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Brain Tumor/Surgery My Recovery Story: Chapter 7 - The Decisive Moment

Updated on April 7, 2011

My first couple of weeks home were surreal and rough. I wasn’t prepared to come home. I was dazed, confused and in pain. In the blur of the pain and fear I started to become angrier and angrier at being discharged so early. My God, less than 48 hours. I was angry at the Doctor, the Hospital and the Insurance Company.


At night I couldn’t lay down for more than an hour without my head pounding. I was being driven crazy by pain… even though I didn’t know I was in pain… which created a totally surreal reality. My husband was doing his best to comfort me and to assure me that I was healing really well. But by the second day things were getting so rough that he went out and bought me a “Barko” lounger. It was a very padded, comfortable chair where I could sleep sitting up.


For two weeks I would alternate between the chair and bed every hour between 10pm and 4am. Sleep was not my friend. My husband was keeping the same schedule and I was becoming concerned about his health. I was afraid, but was not cognitively strong enough to articulate my needs or even contact the doctors office. Besides my doctor was out of town for the two weeks following my surgery. I couldn’t believe that the doctor and hospital would release someone so soon after surgery and with minimal post operative guidelines other than “no contact sports”. They didn’t even tell me not to keep my stitches dry! Friends refrained from contacting me because they assumed I was sleeping all the time. I had so much frenetic energy that I couldn’t rest and when forced to take naps I would sleep for around 15 minutes. They only time I could rest was in front of the TV. My life was miserable.



So let us all breathe. Again. Good.

Why am I sharing this with you? I wanted you to feel how victimized I felt - how out of control - how helpless. How I blamed the Doctor, Hospital and Insurance Company for my circumstance. It was everyone’s fault that I was at home unprepared. Fortunately I verbalized this to a friend and she caught me off guard when she asked me a simple question, “Barbara, who are you really mad at?” I started to get mad at her—hadn’t she listened to my story? Couldn’t she see how wronged I was and how they had not taken care of me well? Did she forget that I just had “BRAIN SURGERY! AND HOW DARE SHE IMPLY THAT THEY MAY NOT HAVE BEEN AT FAULT!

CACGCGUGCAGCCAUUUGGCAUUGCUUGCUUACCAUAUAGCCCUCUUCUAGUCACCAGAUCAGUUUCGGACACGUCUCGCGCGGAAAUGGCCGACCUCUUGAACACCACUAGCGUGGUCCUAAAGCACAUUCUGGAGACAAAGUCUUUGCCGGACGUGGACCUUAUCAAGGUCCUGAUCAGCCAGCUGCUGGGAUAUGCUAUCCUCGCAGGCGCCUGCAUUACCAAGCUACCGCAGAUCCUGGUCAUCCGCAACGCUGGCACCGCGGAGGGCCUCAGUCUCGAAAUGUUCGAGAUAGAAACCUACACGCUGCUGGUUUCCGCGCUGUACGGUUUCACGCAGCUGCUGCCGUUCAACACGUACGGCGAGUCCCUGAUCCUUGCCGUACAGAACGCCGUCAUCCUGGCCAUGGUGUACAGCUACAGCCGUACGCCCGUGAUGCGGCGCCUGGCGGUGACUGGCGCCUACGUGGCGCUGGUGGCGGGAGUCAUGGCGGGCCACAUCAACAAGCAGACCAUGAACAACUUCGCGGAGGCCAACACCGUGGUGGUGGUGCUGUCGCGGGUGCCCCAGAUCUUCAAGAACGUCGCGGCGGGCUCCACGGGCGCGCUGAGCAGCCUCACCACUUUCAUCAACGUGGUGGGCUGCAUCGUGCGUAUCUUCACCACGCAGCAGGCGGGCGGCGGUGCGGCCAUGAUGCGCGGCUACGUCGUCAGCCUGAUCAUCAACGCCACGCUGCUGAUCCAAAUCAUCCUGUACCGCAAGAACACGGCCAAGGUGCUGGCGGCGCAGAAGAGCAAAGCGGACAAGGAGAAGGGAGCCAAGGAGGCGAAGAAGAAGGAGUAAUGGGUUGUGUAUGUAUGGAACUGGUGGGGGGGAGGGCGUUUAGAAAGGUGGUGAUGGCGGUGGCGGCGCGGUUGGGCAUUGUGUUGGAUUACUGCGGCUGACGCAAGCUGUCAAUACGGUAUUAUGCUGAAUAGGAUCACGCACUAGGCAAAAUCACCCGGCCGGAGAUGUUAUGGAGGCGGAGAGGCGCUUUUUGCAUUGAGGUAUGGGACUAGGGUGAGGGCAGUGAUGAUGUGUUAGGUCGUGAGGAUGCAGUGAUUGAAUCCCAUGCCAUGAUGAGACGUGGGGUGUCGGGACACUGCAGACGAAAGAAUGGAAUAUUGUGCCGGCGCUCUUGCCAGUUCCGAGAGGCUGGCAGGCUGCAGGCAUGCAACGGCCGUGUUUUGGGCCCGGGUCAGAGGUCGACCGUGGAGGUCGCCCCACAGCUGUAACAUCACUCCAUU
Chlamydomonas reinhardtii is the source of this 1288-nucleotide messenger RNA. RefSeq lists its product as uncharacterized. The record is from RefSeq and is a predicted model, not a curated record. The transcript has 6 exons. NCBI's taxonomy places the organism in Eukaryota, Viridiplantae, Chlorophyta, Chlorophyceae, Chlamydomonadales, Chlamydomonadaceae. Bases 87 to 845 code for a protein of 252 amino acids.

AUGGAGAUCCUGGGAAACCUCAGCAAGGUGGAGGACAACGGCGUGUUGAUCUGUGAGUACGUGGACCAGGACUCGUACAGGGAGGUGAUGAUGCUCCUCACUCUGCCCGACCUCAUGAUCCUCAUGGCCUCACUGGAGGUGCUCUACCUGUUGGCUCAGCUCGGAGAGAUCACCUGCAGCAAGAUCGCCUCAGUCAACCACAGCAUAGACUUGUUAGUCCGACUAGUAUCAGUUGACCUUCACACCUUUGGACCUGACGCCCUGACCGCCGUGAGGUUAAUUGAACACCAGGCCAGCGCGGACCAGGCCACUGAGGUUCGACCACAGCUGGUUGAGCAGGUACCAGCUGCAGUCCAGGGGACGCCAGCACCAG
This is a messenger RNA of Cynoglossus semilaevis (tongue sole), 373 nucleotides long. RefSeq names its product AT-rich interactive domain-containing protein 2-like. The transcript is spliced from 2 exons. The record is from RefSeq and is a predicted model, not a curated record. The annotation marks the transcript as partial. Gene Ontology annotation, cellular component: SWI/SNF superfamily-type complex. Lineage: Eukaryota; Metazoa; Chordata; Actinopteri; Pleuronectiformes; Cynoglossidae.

As I was stewing this around in my brain ready to verbally leap on her— another light bulb suddenly came on—Truth be told, I was angry at myself. Mad I that I hadn’t taken the time before surgery to get relevant post operative information. I could have spent some time thinking about what I would need to make my recovery more bearable and put those items in place. Secondly if I didn’t really feel ready to go home, I could have said NO. I am not ready. The doctor would have listened. My husband would have championed me. So would have my son and sister. But the truth was that I was flattered. Flattered when everyone kept on saying “You are doing so remarkably well.” “Amazing recovery.” Blah, blah, blah. The truth was that vanity had won me over. I was mad at me for putting my well being in jeopardy because I wanted to continue to be the shining star.

I realized that I had fallen into a lose-lose situation. This was a place not-so productive in attaining my goal of Perfect Recovery. Once I admitted that hidden truth to myself, the anger which had created muscle tightness, unrest and additional pain began to dissipate. Immediately I began to feel less pain and sleep with less discomfort. When I was feeling like a victim I had no control or power over the situation. Once I admitted to myself the real truth, I took my power back and began my journey again.

Oddly enough these experiences occurred during the same time period as the previous chapters. Magically I was experiencing One Journey, yet Two Adventures.

End Chapter Eight


“Playing the Odds”

When I was in college I learned how to play the “odds” - much like in poker or gambling. I would enter a classroom and determine within a few days the “odds of me getting a good grade within the parameters of how much effort I was willing to make. If the odds seemed favorable I would stay and if not I would drop the class and find another. In this process there was only assessment. Assessment on what course of action would help me reach my goal—graduation with good grades and lots of time to party during my college years.